Autumn brings, sadly, the end of consistent sunny weather and days enjoying the pool. With the first nip of cool air the pool is prepared for the long sleep and the cover is placed, not to be removed until spring. If you’re a new pool owner, you might think all you have to do is leave the cover on and you’re good until it’s time to reopen. In truth, you’ll need to keep an eye on your pool throughout the year, because conditions in the colder months can result in cover damage. You have to know what to look for and handle it proactively so you don’t have to buy a new cover so soon.

Even if you live in an area where the weather is reasonably pleasant year-round, if you cover up for the winter you know there’s always the risk of a snap frost or freak snow storm. If you notice, for example, that sidewalks have become icy, there’s a good chance your pool cover will have ice on it as well. If you see some, make sure it is easily moved before you try to remove it. This may require waiting it out for a short period so it melts enough to become dislodged.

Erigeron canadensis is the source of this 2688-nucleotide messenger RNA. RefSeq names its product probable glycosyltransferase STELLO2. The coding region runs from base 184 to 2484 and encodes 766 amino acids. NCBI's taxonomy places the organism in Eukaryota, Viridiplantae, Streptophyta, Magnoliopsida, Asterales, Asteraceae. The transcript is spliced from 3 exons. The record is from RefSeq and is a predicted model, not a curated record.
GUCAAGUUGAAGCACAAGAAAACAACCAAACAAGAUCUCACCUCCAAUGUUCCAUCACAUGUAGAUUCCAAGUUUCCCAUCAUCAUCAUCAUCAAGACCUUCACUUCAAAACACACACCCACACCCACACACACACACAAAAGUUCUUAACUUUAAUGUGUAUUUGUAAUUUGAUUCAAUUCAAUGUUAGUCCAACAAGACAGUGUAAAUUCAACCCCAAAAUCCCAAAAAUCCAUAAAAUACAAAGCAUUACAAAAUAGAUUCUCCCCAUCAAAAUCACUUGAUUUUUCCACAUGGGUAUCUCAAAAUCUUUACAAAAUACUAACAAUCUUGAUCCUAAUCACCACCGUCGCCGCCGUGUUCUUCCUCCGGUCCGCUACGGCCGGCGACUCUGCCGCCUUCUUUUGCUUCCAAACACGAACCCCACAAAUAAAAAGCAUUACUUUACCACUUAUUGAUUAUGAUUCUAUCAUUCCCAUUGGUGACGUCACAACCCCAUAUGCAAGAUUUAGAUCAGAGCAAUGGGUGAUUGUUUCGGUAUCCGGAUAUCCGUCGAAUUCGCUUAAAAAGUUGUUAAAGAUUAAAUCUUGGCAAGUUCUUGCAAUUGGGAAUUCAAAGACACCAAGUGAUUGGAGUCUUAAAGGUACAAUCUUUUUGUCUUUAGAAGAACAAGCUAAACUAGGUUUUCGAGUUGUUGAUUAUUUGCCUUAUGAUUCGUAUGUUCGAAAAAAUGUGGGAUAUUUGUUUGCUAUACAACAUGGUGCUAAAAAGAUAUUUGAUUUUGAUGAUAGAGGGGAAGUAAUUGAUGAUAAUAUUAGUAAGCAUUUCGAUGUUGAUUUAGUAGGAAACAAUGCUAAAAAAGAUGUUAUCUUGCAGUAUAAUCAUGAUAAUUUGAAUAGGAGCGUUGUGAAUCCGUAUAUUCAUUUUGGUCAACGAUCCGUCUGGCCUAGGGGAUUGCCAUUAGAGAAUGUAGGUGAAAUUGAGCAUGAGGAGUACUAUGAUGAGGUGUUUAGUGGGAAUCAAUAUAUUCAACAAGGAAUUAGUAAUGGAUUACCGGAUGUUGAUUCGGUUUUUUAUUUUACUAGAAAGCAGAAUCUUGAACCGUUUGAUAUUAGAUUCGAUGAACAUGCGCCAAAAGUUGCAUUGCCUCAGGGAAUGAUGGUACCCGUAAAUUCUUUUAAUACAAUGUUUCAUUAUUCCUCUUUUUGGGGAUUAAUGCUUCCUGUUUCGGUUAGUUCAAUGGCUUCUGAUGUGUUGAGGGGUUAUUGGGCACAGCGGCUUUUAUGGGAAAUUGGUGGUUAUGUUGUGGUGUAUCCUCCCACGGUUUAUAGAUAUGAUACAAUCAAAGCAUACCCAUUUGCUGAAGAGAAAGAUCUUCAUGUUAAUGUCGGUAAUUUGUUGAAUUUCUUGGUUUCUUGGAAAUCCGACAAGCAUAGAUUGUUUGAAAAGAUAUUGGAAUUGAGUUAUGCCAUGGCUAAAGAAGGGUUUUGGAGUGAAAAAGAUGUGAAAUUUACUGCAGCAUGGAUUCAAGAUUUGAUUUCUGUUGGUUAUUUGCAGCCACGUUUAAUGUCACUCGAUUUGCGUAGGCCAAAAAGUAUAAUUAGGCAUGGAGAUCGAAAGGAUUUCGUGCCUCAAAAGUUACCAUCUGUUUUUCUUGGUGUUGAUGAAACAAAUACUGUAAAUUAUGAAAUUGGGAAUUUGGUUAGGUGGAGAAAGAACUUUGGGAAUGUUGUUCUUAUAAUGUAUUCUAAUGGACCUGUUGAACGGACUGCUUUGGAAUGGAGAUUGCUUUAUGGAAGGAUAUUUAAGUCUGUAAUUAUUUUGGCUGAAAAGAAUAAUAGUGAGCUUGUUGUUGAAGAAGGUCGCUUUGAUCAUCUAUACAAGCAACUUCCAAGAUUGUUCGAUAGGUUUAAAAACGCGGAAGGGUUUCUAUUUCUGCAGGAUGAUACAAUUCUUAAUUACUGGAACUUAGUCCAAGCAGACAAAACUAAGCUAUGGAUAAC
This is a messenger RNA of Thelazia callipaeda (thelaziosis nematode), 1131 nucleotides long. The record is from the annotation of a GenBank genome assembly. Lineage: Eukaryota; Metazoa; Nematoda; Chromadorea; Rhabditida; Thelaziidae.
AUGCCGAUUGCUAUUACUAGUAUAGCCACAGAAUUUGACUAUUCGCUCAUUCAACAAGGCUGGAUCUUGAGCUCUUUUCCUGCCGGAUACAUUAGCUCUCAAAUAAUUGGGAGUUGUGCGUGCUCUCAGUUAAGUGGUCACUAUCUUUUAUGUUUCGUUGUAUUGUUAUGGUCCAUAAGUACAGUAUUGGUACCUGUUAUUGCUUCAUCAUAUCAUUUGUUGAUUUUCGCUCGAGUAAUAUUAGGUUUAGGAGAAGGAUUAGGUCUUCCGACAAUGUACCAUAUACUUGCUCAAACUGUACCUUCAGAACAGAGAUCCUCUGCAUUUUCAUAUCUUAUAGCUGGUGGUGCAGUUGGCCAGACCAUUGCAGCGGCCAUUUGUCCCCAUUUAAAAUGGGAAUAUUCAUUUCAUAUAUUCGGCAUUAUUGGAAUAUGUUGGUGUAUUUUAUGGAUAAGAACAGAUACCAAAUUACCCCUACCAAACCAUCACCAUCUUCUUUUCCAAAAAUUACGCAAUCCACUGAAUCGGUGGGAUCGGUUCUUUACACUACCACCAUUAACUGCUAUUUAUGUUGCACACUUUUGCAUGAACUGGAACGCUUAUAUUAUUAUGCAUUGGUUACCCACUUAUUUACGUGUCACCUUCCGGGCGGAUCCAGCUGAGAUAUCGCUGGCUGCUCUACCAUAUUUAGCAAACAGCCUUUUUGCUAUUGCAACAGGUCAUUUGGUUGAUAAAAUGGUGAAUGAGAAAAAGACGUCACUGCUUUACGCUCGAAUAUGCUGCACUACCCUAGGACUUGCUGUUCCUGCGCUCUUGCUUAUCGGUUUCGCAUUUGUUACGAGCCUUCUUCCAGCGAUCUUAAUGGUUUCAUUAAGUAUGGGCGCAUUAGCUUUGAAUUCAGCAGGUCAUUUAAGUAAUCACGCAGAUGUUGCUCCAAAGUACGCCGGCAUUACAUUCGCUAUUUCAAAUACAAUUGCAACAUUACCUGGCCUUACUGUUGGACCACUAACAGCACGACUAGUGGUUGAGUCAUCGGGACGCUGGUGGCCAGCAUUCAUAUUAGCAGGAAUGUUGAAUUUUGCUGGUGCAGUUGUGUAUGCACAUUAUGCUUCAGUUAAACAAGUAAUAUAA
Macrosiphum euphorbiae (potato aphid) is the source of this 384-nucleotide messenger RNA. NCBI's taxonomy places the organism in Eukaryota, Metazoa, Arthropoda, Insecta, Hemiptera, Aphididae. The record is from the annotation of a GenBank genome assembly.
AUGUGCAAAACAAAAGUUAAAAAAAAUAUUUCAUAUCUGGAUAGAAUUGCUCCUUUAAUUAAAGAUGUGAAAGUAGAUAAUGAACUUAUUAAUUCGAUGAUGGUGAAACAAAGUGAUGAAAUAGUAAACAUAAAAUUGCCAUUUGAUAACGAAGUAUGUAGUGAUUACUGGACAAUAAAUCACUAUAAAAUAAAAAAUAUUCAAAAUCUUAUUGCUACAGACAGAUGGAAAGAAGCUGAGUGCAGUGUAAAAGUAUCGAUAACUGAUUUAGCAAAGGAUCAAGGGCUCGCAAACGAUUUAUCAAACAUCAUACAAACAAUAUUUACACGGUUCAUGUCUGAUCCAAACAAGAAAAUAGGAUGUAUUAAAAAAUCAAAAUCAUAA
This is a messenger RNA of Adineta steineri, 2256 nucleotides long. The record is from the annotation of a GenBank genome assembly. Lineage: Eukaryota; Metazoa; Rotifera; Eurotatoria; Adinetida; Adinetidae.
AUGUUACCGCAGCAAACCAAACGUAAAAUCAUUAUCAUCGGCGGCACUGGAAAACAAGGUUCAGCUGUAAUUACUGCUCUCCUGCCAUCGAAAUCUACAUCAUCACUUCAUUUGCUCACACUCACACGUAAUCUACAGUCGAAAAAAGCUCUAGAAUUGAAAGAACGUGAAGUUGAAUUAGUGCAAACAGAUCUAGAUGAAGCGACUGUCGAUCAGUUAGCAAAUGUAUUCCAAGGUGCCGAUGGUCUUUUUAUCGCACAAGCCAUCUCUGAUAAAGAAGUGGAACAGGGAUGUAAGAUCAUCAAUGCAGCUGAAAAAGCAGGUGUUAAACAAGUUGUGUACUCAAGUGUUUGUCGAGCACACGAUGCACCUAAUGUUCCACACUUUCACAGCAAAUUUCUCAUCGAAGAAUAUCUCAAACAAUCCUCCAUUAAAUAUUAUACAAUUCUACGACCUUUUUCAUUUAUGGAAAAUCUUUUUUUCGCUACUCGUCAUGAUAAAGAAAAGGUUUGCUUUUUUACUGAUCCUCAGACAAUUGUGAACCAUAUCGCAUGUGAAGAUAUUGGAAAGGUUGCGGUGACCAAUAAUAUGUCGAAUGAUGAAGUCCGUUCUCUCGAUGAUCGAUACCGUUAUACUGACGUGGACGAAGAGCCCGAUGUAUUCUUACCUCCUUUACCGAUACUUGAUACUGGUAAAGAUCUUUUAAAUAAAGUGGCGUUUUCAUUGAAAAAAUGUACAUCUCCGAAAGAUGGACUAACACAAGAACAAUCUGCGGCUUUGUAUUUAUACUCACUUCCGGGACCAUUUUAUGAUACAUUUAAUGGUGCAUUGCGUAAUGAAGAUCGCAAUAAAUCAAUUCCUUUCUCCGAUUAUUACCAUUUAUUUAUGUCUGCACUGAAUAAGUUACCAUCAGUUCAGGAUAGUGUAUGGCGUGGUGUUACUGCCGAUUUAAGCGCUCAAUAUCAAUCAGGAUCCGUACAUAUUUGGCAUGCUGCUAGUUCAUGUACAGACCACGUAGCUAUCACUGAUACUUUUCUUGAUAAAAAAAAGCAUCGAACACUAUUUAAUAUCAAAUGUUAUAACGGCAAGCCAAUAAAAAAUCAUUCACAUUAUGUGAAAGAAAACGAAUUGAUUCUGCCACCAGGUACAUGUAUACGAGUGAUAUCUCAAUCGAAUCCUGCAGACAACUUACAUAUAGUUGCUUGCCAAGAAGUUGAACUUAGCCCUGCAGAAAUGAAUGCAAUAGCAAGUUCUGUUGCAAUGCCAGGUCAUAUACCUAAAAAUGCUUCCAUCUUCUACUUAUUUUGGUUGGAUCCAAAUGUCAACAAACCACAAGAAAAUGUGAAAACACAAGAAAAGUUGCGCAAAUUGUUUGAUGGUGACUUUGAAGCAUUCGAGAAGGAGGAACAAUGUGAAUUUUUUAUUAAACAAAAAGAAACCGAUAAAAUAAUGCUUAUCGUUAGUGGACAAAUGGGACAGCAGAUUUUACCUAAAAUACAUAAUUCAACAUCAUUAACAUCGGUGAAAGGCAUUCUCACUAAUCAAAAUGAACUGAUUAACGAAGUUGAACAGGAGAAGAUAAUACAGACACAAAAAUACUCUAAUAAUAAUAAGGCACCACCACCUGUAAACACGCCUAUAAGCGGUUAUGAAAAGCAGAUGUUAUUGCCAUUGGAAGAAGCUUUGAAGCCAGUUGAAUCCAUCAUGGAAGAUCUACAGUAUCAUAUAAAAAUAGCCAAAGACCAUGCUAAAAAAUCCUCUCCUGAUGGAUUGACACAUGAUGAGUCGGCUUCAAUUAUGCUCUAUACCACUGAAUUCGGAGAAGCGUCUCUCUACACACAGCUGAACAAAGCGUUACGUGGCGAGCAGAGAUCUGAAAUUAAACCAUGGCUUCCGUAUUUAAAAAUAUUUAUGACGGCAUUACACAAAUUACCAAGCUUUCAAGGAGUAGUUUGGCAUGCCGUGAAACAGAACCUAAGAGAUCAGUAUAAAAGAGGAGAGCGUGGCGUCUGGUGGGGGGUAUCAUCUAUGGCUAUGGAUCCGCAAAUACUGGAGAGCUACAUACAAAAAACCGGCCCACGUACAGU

It is important, too, to make sure your cover never sags. Whether you set it up yourself or have professional pool care people over, check that the cover is pulled tightly and that the springs are taut. Ideally, you do not want a large gap between the cover and the pool’s edge, and if it’s wide there is the possibility that ice may slip into your pool. Over time, if this happens often, you could experience a too-high level of water in your bowl. If this happens, look into pumping out some water to maintain an acceptable water level.

In the event of a storm that leaves branches on your cover, remove them when you can. If the debris is found in the middle of the pool, do not walk out on the cover and think it’s going to support you. While some cover brands have ads that claim their covers can support elephants and trucks, you don’t want to take that risk. Find a long broom or pole and remove the debris from a distance.

With vigilant care, you can keep your pool cover functional and intact during winter so it can do its job. Watch out for ice and storm damage!